Iran’s nuclear deal must be fully enforced or scrapped
His administration is due to review whether to recertify the deal next month. If Iran is found to be in violation of the Joint Comprehensive Plan of Action (JCPOA), Trump has the option of holding it in contempt of the agreement, thus paving the way for Congress to impose crippling sanctions.
Iran has embarked on a slow-boil approach in violating a number of critical sections of the JCPOA. A leading Washington-based think tank monitoring the nuclear deal, the Foundation for the Defense of Democracies, recently warned that the International Atomic Energy Agency (IAEA) has “omitted key data on Iran’s nuclear activities… raising concern that the agency is concealing compliance disputes that may jeopardize the deal.”
While Tehran continues to cite IAEA quarterly reports to misleadingly claim it is in full compliance, there are broader covert military dimensions to its nuclear program that still have not been inspected by international monitors.
Supporters of the deal claim it is the only way to stop Iran from achieving a nuclear breakout capability, defined as producing enough weapons-grade uranium for one nuclear weapon. They say decertifying the deal would lead to a war that would wreak untold havoc, but this argument is flawed and myopic.
Iran was allowed to maintain its most advanced centrifuges, critical components for quickly enriching weapons-grade uranium. It also refuses to grant the IAEA full access to sites that Tehran has classified as conducting conventional military activity. A senior advisor to Supreme Leader Ali Khamenei was recently quoted as saying: “The Americans will take their dream of visiting our military and sensitive sites to their graves.”
Does that sound like a party that has nothing to hide? It is time for the IAEA and the signatories to the nuclear deal to demand immediate and unconditional access to these sites, or hold Iran in gross violation of the JCPOA.
Proponents of the deal are in effect arguing that in order to maintain Tehran’s adherence, it must be allowed to pick and choose which parts it wishes to violate. Such an approach almost certainly paves the way for a confrontation in the near future, with Tehran in possession of nuclear weapons and harder-to-reach uranium enrichment and production facilities.
Western intelligence agencies continue to report that Iran is actively conducting illegal procurement of ballistic missile technology and production parts. It may be covertly working to improve the range of its ballistic missiles and their capacity to carry nuclear warheads, while claiming it is not in violation of the JCPOA simply because IAEA inspectors have not had access to military sites.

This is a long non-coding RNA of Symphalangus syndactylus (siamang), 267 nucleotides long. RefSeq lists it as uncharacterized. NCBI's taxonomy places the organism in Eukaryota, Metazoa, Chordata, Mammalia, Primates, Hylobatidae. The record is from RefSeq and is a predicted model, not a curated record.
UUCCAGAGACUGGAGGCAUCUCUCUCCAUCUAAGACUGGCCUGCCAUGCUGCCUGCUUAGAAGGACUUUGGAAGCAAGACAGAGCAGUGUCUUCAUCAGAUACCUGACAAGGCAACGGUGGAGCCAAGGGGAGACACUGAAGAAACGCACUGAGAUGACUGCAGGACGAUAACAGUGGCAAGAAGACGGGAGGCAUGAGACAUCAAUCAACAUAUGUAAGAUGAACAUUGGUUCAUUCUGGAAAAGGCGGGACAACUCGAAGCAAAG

The fact that the IAEA does not have access to Iran’s military sites is extremely worrying.
Iran’s continued ballistic missile research and production program is intended at some point to carry nuclear-tipped missiles that could reach the West and blackmail Middle Eastern countries. By not aggressively policing and curtailing its ballistic missile program within the parameters of the JCPOA, Iran is being granted a free pass in the naive hope that it does not pull out of the agreement.
This violation of the spirit of the deal is particularly vexing since Ali Akbar Salehi, head of the Atomic Energy Organization of Iran, in April said Tehran can produce en masse advanced centrifuges necessary for making mass quantities of weapons-grade uranium at will. In effect, Iran has shortened the breakout window if and when it chooses to embark on unrestricted nuclear weapons production once key provisions of the JCPOA expire in 10 years.
According to the Institute for Science and International Security, serious questions remain on “whether Iran is secretly making centrifuge rotor tubes at unknown locations, in violation of the JCPOA.” In order to save the deal, gross violations are being ignored, offering Tehran a blank check to set the stage for nuclear breakout a few years down the line.
So the question remains: If Iran’s nuclear program is truly designed for civilian purposes, why is it seemingly preparing a production capacity and procurement network that far exceed civilian nuclear purposes? IAEA officials told Reuters in August that they will not ask for access to the military sites because they know Iran will say no, which strengthens the logic for withdrawing from the deal.
Tehran’s policy calculus remains fixated on eventually developing nuclear weapons; the nuclear deal does not change that. The JCPOA must either be fully and relentlessly enforced without exception, or wholly jettisoned. Anything in between simply plays to Tehran’s strategic advantage.
• Oubai Shahbandar is a fellow in New America’s International Security Program. He is a former Department of Defense senior adviser, and currently a strategic consultant specializing in technology, energy and Arabian Gulf security.
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